An interview with SCCG Management’s founder and owner, Stephen Crystal

How does one go from politics, to being an attorney, to becoming a land use attorney–which opens doors into the gaming world–to becoming a casino owner and developer of leading-edge gaming technology? These are just a few of the questions that URComped CEO Craig Shacklett had for SCCG Management founder and owner, Stephen Crystal. Listen to podcast version.

For the URComped CEO, it’s always an interesting conversation connecting the dots on how someone gets to where they are in the gaming industry. Crystal explains that his journey started “as a very young person coming out of college at Dartmouth in New Hampshire” (1:27). It was at this time that Crystal had an active career in politics, running presidential and senatorial campaigns all across the United States.

After serving in the legislature in New Hampshire as a student in Dartmouth, he decided to go to law school, graduating in 1992. Upon graduating, he was approached by a gentleman who was running for Mayor of Kansas City, Missouri and asked him to run his campaign. The kicker was an offer of becoming a land use attorney if the gentleman lost the race, which he did. Crystal explains, “I became a land use attorney at the very same time that Missouri was approving Riverboat Gaming. And in order… If you were a Station Casino or a Boyd Gaming or some other big casino company and you needed to get financing to build a half-billion-dollar Riverboat, you needed an opinion from a land-se attorney that said that it was legal under the statute because it had never been done before. So we were the experts who would provide that zoning opinion. And then we would assist those companies and put together their operations initially in Missouri and then throughout the Midwest” (2:13).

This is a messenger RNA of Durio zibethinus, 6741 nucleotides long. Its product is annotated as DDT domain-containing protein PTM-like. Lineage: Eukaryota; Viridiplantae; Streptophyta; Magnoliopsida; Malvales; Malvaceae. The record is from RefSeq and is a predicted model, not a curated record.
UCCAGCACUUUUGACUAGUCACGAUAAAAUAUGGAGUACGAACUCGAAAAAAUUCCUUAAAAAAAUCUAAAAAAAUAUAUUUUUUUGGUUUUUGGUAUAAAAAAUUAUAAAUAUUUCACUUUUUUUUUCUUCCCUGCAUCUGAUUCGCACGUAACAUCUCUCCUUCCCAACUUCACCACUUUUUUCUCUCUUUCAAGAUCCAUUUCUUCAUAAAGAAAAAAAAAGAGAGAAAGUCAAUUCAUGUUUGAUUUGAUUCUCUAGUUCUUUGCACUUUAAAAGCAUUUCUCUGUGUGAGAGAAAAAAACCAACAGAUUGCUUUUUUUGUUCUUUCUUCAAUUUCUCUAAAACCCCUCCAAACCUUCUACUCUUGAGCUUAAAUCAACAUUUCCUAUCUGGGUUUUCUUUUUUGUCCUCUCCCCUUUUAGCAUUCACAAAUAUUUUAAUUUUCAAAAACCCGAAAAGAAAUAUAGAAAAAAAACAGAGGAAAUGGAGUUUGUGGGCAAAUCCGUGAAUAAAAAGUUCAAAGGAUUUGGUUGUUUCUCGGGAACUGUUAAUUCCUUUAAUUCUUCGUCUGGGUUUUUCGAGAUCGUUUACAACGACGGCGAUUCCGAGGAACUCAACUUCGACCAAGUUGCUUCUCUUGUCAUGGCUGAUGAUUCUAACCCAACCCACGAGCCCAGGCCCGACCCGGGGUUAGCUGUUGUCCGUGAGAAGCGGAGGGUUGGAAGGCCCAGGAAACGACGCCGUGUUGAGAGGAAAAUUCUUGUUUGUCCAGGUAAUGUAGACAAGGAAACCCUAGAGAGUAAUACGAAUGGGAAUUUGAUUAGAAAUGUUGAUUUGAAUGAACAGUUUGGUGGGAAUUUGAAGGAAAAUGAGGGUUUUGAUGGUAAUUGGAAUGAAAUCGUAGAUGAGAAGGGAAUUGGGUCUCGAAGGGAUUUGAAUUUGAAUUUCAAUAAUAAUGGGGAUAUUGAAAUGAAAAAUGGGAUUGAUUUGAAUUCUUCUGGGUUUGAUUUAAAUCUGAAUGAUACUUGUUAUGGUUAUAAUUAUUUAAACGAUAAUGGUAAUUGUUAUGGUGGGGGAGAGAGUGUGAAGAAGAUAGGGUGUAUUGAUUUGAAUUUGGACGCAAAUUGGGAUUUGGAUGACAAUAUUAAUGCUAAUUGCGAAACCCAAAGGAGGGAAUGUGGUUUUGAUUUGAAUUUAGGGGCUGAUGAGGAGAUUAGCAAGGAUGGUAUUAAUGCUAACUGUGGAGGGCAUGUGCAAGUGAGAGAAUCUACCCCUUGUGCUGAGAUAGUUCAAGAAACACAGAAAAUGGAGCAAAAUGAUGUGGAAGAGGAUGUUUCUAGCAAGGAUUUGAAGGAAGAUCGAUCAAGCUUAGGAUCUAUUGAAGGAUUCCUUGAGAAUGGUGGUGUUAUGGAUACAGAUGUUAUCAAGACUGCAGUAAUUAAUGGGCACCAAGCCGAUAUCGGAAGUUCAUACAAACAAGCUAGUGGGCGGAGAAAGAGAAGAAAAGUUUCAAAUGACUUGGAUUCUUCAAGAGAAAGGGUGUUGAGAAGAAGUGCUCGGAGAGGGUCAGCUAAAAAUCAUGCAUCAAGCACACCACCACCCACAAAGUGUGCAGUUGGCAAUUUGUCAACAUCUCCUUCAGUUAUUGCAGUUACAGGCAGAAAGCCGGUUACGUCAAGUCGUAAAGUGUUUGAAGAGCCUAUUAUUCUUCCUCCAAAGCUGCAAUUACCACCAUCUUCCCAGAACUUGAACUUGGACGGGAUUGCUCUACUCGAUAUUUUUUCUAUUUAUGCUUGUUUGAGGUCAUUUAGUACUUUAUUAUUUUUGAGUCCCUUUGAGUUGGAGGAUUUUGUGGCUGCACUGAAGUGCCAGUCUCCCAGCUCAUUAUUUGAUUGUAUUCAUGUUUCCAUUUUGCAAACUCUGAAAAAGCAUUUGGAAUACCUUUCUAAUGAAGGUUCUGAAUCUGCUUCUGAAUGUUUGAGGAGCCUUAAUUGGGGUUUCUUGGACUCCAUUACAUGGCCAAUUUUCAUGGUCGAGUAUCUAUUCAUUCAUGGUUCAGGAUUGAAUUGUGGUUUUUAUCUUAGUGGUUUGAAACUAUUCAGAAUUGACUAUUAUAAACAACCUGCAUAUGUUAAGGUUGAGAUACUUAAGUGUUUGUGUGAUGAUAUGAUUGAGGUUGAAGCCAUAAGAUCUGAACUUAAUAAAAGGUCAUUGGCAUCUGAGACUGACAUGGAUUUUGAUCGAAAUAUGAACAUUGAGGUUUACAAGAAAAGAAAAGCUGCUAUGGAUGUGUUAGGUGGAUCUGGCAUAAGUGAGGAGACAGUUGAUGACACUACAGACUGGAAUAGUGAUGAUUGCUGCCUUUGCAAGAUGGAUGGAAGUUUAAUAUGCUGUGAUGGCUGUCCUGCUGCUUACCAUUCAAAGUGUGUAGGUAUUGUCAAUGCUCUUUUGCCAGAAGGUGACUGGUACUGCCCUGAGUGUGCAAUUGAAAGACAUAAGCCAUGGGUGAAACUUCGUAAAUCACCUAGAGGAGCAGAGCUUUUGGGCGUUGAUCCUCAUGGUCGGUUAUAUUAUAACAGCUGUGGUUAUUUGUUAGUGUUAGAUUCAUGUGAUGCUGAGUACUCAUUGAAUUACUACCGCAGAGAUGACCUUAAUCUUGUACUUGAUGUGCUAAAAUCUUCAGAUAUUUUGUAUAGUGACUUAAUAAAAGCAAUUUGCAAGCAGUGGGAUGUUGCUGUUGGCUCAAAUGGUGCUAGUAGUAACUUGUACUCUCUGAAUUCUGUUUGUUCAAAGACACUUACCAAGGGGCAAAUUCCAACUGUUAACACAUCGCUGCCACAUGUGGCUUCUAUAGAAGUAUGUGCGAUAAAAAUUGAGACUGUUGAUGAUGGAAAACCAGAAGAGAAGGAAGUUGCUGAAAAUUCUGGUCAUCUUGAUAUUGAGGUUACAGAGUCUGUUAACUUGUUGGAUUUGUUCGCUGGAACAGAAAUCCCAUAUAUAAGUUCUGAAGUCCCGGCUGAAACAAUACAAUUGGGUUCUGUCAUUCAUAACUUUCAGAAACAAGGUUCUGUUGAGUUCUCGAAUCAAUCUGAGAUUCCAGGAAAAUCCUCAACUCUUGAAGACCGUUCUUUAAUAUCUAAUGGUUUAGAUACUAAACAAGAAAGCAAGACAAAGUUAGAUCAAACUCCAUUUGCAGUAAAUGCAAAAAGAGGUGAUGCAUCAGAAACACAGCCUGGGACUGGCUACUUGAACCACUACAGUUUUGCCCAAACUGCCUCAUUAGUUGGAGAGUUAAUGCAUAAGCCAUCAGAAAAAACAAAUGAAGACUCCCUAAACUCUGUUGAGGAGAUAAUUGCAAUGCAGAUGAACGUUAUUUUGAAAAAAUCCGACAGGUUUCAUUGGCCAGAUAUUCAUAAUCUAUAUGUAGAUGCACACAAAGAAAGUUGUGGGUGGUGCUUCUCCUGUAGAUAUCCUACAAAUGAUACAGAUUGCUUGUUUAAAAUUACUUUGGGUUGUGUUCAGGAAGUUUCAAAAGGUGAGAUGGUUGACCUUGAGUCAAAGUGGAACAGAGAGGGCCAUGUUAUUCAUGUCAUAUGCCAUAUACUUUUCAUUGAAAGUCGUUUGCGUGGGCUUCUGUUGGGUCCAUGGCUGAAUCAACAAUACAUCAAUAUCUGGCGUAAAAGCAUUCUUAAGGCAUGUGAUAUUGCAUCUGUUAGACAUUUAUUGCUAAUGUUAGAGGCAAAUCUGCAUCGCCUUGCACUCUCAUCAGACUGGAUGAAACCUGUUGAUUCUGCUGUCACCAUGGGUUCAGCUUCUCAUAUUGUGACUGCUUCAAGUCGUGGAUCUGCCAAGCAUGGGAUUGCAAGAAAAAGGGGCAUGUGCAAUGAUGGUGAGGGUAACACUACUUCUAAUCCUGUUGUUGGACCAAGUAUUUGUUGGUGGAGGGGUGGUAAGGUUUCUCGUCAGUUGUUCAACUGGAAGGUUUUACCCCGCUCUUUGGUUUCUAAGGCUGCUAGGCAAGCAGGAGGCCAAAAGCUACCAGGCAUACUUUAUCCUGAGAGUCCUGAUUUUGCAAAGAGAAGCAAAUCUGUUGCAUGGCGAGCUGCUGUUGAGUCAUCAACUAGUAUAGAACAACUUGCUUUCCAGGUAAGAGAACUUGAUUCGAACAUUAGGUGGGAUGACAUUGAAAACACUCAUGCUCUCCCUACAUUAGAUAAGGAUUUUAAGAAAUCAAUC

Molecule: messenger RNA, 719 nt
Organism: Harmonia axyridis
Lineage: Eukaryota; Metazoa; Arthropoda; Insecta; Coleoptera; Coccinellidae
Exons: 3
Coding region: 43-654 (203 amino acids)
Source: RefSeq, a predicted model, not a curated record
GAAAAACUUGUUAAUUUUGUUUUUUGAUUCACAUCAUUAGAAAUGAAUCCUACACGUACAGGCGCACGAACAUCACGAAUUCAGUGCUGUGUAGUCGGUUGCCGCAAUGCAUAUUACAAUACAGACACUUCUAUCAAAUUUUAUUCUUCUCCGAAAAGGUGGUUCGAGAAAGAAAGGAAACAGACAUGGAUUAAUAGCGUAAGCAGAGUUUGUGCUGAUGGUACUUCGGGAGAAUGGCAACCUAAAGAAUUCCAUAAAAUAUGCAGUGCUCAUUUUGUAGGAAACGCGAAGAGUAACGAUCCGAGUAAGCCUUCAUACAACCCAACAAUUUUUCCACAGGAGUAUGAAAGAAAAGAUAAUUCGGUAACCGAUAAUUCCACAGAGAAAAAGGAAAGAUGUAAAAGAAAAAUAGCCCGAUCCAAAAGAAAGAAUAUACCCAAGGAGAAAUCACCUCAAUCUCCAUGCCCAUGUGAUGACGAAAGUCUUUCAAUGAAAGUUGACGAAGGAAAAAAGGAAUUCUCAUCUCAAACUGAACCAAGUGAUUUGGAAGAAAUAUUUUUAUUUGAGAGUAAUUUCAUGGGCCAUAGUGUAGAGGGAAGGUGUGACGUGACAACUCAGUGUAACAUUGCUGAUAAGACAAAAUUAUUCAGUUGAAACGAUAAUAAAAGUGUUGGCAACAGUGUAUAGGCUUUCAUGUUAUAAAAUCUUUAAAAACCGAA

You would think that this connection and a bit of luck would have been the entrance into the gaming world for Crystal, but as he shares, there’s actually a bit of a moral lesson involved in how it actually happened (3:19). Crystal says a couple of gentlemen walked into the “very high-end” law office where he worked, wearing “swamp boots” because they were walking the Missouri River. He continues, “my name partner, who’s no longer living but was an excellent person, didn’t know these people. So he sent me to meet with them. And they were so impressed that the name partner would meet with them that they invited me back to their hotel room the next day where they were dressed in three-piece suits. (They wore three-piece suits back then.) And they said that their plane was getting fueled and they were flying me to Las Vegas to be their attorney in negotiating a half-billion-dollar casino deal. And would I please call my name partner and tell him that I would be handling the case from here on out while they listened in. And that was how I started in the gaming industry. I was in the right place at the right time. And I did not judge a book by its cover. So I would say, those are two lessons. Be flexible and take advantage of opportunity. And do not judge a book by its cover. That’s what I would say was my entry into the gaming industry.”